So, You Got a New Puppy in Quarantine—Now What?

Illustration for article titled So, You Got a New Puppy in Quarantine—Now What?
Photo: Catie Keck/Gizmodo

Got a new dog in quarantine? You and me both.

I’ve had a couple of adult dogs over the course of my life, but the experience of becoming a new mom to a 6-month-old rescue during quarantine was a totally different ballgame. I had a pretty good idea of certain behaviors that I wanted to train out of my dog at a young age so those didn’t become an issue later on (guarding food or treats, for example). But especially because of the pandemic, my options for in-person training were fairly limited. I’d never had a puppy this young before, and she needed to learn both basic obedience and potty training—and fast. I am only one person and there was so much pee that first week, my god.

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I know I’m not the only one with a new dog under my roof—adoptions and pet ownership have skyrocketed during the pandemic—and I wanted to share some of what I’ve found to be useful for helping my dog be, as my training program likes to say, “a good family member.” Most of what I’ve listed here are supplies I bought myself, but I did try to call in a few “premium” dog products to review that look a little less like, well, dog toys. (For those of us in tiny spaces, I’ve found that even minimal clutter can start to feel overwhelming when you’re seldom leaving home, and this is something I tried to keep in mind as I was hunting for potential well-designed “dog tech.”) I’ve narrowed it down to the best of what I’ve been able to test over the last four weeks, courtesy of some help from my four-legged co-reviewer Raven.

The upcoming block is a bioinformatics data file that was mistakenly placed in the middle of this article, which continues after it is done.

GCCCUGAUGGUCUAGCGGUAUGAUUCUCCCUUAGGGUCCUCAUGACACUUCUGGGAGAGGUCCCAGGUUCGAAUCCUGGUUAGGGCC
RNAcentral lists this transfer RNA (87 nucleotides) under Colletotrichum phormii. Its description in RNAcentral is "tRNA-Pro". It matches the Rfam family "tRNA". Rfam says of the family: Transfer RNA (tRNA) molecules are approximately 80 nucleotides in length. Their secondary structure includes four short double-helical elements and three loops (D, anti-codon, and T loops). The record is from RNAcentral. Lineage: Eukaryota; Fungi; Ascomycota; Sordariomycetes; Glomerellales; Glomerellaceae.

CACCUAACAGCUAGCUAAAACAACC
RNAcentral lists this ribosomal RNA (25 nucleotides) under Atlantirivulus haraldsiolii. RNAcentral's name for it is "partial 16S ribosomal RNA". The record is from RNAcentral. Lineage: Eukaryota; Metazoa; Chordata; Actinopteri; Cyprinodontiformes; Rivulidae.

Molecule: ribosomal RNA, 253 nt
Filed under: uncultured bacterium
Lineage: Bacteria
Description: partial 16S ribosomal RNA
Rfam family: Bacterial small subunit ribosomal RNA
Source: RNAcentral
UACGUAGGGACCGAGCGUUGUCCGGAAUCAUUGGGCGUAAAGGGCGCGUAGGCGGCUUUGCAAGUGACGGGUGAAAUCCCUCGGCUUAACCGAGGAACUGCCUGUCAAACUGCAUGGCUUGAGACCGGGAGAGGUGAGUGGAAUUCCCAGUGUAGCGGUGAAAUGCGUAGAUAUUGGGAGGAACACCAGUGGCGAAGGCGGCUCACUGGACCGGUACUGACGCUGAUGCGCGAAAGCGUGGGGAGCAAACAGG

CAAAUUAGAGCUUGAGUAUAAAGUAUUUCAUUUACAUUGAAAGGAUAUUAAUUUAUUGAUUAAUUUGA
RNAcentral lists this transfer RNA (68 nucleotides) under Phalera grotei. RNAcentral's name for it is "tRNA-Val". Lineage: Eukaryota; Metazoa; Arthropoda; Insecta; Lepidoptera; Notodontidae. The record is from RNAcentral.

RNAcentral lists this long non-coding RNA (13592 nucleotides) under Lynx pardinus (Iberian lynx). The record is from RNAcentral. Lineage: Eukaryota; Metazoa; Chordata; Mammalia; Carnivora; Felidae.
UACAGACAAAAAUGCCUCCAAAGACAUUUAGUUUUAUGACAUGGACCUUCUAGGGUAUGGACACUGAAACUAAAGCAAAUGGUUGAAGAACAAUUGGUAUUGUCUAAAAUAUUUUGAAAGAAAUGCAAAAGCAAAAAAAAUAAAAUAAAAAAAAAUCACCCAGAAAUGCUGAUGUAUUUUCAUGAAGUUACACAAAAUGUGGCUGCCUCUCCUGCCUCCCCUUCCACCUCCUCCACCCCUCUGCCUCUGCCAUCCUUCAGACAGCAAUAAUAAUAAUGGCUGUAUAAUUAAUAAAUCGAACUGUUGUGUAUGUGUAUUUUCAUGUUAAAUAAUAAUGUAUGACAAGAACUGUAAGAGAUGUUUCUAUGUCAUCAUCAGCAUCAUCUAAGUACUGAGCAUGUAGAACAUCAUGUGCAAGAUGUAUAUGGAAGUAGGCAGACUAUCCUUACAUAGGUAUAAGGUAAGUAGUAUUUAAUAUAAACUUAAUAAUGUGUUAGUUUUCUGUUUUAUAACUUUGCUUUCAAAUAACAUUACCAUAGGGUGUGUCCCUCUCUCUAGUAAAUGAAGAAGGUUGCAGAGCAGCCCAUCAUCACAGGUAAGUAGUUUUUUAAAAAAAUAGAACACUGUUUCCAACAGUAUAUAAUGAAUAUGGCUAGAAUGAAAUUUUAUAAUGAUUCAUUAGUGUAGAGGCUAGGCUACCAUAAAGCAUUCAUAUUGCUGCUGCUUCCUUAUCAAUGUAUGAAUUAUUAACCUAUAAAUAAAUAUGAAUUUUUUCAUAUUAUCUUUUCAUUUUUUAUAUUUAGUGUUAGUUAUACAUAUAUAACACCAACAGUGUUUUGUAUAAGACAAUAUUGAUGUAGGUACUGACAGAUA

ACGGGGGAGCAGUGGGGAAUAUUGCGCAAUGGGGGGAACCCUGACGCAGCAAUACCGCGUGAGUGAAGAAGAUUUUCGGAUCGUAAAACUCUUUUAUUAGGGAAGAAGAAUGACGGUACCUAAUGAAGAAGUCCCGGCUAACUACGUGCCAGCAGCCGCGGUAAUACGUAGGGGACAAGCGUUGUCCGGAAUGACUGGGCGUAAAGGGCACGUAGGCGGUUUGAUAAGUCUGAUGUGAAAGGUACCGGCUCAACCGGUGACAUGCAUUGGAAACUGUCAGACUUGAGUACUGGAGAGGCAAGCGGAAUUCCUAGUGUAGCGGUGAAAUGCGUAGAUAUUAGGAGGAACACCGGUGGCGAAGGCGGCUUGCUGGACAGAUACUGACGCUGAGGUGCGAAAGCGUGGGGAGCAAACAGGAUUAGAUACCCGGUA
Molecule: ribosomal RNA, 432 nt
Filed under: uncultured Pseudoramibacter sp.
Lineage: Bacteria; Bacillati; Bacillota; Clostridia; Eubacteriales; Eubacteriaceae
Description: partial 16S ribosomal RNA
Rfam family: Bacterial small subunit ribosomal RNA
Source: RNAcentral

Training Program

Illustration for article titled So, You Got a New Puppy in Quarantine—Now What?
Photo: Catie Keck/Gizmodo

Without question, the best money I spent on anything for my dog was an online training course from Ontario-based operation McCann Dog Trainers. The program put me out about $400, which was a lot of money for me given all the other stuff I needed as far as supplies and food. But I can’t stress enough that it’s been worth every penny. The places within walking distance of my home were completely booked or waitlisting because of limited-capacity covid-19 precautions, and I had actually learned about the McCann Method from the group’s YouTube channel and decided to give it a shot. The McCann Method is all about positive reinforcement and giving your dog the tools to make good choices and, most importantly, to want to make those smart decisions. While many of their training videos are available online for free, I ultimately opted for the paid program to help me navigate prioritizing Raven’s training when there was so much she had yet to learn.

The nice thing about this program is that while it’s online, it does give you access to weekly group Zoom classes, structured courses, a private member community, and trainers who will answer any specific questions you have by email within roughly 24 hours. That last part was a huge selling point for me as I had many, many questions. I actually originally enrolled in the Puppy Essentials program but was pointed instead to the Life Skills program for adult dogs after speaking with one of the trainers by email (they were very kind and helpful, by the way!).

The program lets you move at your own pace, but I was able to get Raven fully on-command potty trained and leash trained within a week on this program, and she’s getting more confident around other dogs and people by the day. In less than four weeks, she understood commands for “with me” (alternatively, heel), “wait,” “crate,” “stay,” “sit,” “get in” (alternatively, heel and wait), “up,” “lay down,” and “leave it,” among other, sillier tricks I’ve taught her, like how to shake. We’re currently working on bed stay and recall commands for off-leash safety down the line, and she’s doing fantastic.

Also Consider